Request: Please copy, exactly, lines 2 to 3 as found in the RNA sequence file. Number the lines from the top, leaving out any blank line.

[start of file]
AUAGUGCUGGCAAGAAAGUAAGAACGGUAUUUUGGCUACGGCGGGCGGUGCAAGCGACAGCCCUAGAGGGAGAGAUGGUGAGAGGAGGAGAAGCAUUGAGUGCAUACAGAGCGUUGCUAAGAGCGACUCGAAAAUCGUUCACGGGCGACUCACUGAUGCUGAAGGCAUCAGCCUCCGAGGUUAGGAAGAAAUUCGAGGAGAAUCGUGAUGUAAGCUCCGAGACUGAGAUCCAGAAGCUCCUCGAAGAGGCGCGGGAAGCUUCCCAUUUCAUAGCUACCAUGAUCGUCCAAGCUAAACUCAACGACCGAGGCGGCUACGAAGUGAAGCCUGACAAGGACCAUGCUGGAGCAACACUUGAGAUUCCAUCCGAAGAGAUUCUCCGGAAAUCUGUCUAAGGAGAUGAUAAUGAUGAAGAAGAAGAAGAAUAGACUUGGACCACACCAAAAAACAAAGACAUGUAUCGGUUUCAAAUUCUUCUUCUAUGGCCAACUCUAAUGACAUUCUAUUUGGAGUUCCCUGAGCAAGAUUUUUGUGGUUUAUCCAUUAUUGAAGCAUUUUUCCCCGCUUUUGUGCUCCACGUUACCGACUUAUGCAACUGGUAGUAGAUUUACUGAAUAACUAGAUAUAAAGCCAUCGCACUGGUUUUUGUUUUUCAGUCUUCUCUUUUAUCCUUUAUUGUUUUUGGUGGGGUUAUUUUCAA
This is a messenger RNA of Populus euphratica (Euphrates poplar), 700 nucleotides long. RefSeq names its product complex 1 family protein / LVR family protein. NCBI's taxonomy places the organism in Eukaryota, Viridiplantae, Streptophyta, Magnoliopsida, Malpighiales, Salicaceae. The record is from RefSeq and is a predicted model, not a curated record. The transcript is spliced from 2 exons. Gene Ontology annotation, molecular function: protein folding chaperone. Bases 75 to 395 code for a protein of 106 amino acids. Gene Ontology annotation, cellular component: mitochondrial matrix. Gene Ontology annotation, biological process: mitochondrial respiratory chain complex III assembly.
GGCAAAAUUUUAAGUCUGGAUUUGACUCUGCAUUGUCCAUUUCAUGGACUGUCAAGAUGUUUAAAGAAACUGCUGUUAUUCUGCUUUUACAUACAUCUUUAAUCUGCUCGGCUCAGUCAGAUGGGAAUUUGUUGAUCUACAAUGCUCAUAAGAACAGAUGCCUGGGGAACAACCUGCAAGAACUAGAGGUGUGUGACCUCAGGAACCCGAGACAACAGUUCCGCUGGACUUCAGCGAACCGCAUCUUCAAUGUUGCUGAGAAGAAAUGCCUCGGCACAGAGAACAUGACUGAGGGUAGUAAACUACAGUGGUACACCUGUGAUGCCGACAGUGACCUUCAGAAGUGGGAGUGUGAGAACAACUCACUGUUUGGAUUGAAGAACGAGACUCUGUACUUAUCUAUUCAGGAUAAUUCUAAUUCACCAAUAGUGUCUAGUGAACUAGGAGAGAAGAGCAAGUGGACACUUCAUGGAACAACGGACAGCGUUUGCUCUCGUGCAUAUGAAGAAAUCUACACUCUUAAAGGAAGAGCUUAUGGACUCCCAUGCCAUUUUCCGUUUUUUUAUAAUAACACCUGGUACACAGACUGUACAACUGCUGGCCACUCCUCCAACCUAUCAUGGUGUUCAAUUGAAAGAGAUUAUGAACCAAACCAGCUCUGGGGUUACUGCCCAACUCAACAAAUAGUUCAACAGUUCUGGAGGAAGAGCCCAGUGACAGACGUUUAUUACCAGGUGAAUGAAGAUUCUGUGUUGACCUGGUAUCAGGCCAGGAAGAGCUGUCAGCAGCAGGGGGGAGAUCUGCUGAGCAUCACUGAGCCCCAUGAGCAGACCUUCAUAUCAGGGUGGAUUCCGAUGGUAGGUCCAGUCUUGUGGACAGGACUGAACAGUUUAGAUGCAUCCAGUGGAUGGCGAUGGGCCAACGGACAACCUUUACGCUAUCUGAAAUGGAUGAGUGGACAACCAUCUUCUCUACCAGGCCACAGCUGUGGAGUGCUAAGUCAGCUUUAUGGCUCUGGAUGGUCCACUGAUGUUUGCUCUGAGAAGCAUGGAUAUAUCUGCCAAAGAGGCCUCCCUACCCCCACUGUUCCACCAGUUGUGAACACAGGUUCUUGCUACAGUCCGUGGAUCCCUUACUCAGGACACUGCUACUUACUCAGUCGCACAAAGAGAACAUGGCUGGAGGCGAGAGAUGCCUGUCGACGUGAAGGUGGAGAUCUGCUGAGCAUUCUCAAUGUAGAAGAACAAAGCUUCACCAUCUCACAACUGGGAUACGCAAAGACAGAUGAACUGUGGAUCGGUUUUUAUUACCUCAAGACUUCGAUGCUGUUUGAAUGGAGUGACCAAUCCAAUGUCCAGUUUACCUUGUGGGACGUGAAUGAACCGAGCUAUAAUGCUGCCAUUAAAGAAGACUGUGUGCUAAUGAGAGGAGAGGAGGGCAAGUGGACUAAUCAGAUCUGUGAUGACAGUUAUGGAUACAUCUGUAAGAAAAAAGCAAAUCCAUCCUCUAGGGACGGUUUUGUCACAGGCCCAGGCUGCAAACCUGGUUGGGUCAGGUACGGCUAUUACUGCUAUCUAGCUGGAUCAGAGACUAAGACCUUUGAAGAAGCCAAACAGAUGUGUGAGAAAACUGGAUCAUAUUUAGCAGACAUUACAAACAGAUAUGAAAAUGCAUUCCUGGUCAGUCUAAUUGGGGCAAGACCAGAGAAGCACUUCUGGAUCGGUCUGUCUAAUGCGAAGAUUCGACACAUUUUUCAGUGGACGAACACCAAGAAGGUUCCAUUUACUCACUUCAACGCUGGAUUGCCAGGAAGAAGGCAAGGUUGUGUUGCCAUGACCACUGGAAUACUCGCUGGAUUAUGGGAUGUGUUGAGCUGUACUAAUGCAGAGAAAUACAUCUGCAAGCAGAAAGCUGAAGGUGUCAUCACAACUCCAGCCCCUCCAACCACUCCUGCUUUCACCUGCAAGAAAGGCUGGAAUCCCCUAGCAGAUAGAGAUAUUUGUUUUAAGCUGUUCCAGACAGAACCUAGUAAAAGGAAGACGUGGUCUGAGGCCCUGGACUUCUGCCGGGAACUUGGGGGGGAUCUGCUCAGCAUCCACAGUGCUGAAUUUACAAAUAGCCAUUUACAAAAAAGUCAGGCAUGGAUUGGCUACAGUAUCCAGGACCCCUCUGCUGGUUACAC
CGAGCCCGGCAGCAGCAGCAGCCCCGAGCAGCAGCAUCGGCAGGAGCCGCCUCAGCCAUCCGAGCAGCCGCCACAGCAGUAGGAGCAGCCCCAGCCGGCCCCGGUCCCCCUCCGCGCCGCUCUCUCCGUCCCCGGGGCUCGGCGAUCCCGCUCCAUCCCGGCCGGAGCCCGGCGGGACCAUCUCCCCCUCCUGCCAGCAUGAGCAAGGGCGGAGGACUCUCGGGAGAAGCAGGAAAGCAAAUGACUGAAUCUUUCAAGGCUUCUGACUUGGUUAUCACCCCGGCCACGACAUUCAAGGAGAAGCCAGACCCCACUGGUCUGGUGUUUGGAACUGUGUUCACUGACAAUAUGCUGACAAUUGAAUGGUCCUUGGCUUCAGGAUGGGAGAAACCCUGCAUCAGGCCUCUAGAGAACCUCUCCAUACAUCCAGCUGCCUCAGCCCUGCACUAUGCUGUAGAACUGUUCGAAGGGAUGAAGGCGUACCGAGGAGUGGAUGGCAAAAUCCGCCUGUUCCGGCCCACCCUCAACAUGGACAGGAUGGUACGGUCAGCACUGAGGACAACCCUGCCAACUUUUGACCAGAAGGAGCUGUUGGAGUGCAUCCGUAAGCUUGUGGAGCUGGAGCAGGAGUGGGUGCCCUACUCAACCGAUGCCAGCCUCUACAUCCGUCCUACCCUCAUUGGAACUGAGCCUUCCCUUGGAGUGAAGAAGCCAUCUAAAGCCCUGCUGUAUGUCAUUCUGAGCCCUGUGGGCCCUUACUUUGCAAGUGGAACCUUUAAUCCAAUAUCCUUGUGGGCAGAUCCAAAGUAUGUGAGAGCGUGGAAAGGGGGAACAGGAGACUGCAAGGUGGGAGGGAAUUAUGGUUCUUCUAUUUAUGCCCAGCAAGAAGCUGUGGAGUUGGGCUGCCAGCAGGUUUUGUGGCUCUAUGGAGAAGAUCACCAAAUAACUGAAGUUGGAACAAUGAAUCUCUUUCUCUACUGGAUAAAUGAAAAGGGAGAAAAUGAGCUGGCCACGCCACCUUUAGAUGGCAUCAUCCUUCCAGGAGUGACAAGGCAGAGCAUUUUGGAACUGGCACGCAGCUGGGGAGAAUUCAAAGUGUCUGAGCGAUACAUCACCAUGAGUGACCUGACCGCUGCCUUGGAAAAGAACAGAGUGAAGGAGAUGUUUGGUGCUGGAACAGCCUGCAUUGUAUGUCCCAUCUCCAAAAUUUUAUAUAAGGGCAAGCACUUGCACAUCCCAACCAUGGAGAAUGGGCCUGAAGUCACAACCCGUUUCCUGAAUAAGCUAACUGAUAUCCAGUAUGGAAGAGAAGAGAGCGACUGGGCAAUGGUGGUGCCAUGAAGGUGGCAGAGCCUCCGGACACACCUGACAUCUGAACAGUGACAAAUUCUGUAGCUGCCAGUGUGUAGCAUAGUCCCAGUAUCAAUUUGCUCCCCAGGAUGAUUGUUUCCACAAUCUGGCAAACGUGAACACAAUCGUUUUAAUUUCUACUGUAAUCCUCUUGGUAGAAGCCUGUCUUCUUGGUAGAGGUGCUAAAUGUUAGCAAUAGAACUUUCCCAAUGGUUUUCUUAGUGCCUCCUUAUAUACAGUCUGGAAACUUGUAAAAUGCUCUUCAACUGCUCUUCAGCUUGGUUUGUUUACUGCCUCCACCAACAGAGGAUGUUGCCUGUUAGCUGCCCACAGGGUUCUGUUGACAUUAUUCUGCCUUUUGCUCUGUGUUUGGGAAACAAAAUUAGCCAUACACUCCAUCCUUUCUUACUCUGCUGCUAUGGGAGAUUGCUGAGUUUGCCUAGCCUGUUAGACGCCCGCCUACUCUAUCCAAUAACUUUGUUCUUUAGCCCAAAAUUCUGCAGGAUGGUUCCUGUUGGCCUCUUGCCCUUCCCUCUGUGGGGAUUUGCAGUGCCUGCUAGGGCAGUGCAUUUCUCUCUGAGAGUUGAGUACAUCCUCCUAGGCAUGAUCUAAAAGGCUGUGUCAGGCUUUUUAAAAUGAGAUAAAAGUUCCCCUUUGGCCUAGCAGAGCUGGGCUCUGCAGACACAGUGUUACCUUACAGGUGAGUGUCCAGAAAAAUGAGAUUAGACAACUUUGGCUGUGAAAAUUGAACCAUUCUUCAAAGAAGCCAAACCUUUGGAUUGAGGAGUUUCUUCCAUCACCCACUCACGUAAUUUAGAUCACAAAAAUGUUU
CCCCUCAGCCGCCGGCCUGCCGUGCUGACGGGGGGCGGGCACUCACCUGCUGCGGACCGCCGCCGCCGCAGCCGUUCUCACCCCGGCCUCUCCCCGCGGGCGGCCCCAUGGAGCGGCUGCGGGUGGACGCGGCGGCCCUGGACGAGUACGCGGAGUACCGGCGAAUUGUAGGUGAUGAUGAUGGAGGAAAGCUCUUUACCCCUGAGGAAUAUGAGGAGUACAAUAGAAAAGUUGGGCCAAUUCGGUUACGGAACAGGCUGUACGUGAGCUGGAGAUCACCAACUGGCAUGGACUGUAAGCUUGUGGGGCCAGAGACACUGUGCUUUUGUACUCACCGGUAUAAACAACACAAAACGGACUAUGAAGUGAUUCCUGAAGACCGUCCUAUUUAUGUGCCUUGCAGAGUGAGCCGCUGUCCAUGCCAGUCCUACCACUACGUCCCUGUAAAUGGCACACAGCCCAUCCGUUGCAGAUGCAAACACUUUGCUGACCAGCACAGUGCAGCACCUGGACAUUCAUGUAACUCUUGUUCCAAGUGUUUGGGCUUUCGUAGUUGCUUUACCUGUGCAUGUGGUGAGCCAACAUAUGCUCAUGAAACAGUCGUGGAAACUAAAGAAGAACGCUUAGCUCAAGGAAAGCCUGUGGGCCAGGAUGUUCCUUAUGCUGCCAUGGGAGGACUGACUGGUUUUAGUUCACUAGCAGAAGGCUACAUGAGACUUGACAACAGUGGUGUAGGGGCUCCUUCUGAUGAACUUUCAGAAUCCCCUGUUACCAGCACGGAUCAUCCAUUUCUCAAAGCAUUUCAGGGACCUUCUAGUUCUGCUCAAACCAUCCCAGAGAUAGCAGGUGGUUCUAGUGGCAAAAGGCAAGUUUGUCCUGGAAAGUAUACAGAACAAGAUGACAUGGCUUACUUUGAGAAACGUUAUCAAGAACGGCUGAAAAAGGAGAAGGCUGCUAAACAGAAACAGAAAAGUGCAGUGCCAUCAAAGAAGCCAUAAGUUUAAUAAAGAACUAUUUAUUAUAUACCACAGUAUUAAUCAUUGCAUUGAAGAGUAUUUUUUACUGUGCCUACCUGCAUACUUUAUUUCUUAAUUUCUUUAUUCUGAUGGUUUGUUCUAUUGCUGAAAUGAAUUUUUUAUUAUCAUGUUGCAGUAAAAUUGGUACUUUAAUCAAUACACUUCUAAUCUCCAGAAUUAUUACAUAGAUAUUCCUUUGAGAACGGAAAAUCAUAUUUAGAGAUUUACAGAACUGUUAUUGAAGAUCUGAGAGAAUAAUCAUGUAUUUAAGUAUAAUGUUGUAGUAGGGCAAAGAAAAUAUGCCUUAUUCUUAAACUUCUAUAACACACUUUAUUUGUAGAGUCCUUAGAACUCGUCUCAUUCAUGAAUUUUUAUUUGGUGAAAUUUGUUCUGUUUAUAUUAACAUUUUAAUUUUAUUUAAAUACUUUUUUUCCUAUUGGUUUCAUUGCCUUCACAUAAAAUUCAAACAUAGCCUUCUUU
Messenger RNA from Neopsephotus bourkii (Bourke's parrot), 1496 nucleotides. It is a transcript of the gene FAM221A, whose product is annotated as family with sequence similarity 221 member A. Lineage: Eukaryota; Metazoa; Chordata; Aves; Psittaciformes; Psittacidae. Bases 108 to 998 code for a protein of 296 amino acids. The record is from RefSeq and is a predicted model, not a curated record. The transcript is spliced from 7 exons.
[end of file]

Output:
This is a messenger RNA of Populus euphratica (Euphrates poplar), 700 nucleotides long. RefSeq names its product complex 1 family protein / LVR family protein. NCBI's taxonomy places the organism in Eukaryota, Viridiplantae, Streptophyta, Magnoliopsida, Malpighiales, Salicaceae. The record is from RefSeq and is a predicted model, not a curated record. The transcript is spliced from 2 exons. Gene Ontology annotation, molecular function: protein folding chaperone. Bases 75 to 395 code for a protein of 106 amino acids. Gene Ontology annotation, cellular component: mitochondrial matrix. Gene Ontology annotation, biological process: mitochondrial respiratory chain complex III assembly.
GGCAAAAUUUUAAGUCUGGAUUUGACUCUGCAUUGUCCAUUUCAUGGACUGUCAAGAUGUUUAAAGAAACUGCUGUUAUUCUGCUUUUACAUACAUCUUUAAUCUGCUCGGCUCAGUCAGAUGGGAAUUUGUUGAUCUACAAUGCUCAUAAGAACAGAUGCCUGGGGAACAACCUGCAAGAACUAGAGGUGUGUGACCUCAGGAACCCGAGACAACAGUUCCGCUGGACUUCAGCGAACCGCAUCUUCAAUGUUGCUGAGAAGAAAUGCCUCGGCACAGAGAACAUGACUGAGGGUAGUAAACUACAGUGGUACACCUGUGAUGCCGACAGUGACCUUCAGAAGUGGGAGUGUGAGAACAACUCACUGUUUGGAUUGAAGAACGAGACUCUGUACUUAUCUAUUCAGGAUAAUUCUAAUUCACCAAUAGUGUCUAGUGAACUAGGAGAGAAGAGCAAGUGGACACUUCAUGGAACAACGGACAGCGUUUGCUCUCGUGCAUAUGAAGAAAUCUACACUCUUAAAGGAAGAGCUUAUGGACUCCCAUGCCAUUUUCCGUUUUUUUAUAAUAACACCUGGUACACAGACUGUACAACUGCUGGCCACUCCUCCAACCUAUCAUGGUGUUCAAUUGAAAGAGAUUAUGAACCAAACCAGCUCUGGGGUUACUGCCCAACUCAACAAAUAGUUCAACAGUUCUGGAGGAAGAGCCCAGUGACAGACGUUUAUUACCAGGUGAAUGAAGAUUCUGUGUUGACCUGGUAUCAGGCCAGGAAGAGCUGUCAGCAGCAGGGGGGAGAUCUGCUGAGCAUCACUGAGCCCCAUGAGCAGACCUUCAUAUCAGGGUGGAUUCCGAUGGUAGGUCCAGUCUUGUGGACAGGACUGAACAGUUUAGAUGCAUCCAGUGGAUGGCGAUGGGCCAACGGACAACCUUUACGCUAUCUGAAAUGGAUGAGUGGACAACCAUCUUCUCUACCAGGCCACAGCUGUGGAGUGCUAAGUCAGCUUUAUGGCUCUGGAUGGUCCACUGAUGUUUGCUCUGAGAAGCAUGGAUAUAUCUGCCAAAGAGGCCUCCCUACCCCCACUGUUCCACCAGUUGUGAACACAGGUUCUUGCUACAGUCCGUGGAUCCCUUACUCAGGACACUGCUACUUACUCAGUCGCACAAAGAGAACAUGGCUGGAGGCGAGAGAUGCCUGUCGACGUGAAGGUGGAGAUCUGCUGAGCAUUCUCAAUGUAGAAGAACAAAGCUUCACCAUCUCACAACUGGGAUACGCAAAGACAGAUGAACUGUGGAUCGGUUUUUAUUACCUCAAGACUUCGAUGCUGUUUGAAUGGAGUGACCAAUCCAAUGUCCAGUUUACCUUGUGGGACGUGAAUGAACCGAGCUAUAAUGCUGCCAUUAAAGAAGACUGUGUGCUAAUGAGAGGAGAGGAGGGCAAGUGGACUAAUCAGAUCUGUGAUGACAGUUAUGGAUACAUCUGUAAGAAAAAAGCAAAUCCAUCCUCUAGGGACGGUUUUGUCACAGGCCCAGGCUGCAAACCUGGUUGGGUCAGGUACGGCUAUUACUGCUAUCUAGCUGGAUCAGAGACUAAGACCUUUGAAGAAGCCAAACAGAUGUGUGAGAAAACUGGAUCAUAUUUAGCAGACAUUACAAACAGAUAUGAAAAUGCAUUCCUGGUCAGUCUAAUUGGGGCAAGACCAGAGAAGCACUUCUGGAUCGGUCUGUCUAAUGCGAAGAUUCGACACAUUUUUCAGUGGACGAACACCAAGAAGGUUCCAUUUACUCACUUCAACGCUGGAUUGCCAGGAAGAAGGCAAGGUUGUGUUGCCAUGACCACUGGAAUACUCGCUGGAUUAUGGGAUGUGUUGAGCUGUACUAAUGCAGAGAAAUACAUCUGCAAGCAGAAAGCUGAAGGUGUCAUCACAACUCCAGCCCCUCCAACCACUCCUGCUUUCACCUGCAAGAAAGGCUGGAAUCCCCUAGCAGAUAGAGAUAUUUGUUUUAAGCUGUUCCAGACAGAACCUAGUAAAAGGAAGACGUGGUCUGAGGCCCUGGACUUCUGCCGGGAACUUGGGGGGGAUCUGCUCAGCAUCCACAGUGCUGAAUUUACAAAUAGCCAUUUACAAAAAAGUCAGGCAUGGAUUGGCUACAGUAUCCAGGACCCCUCUGCUGGUUACAC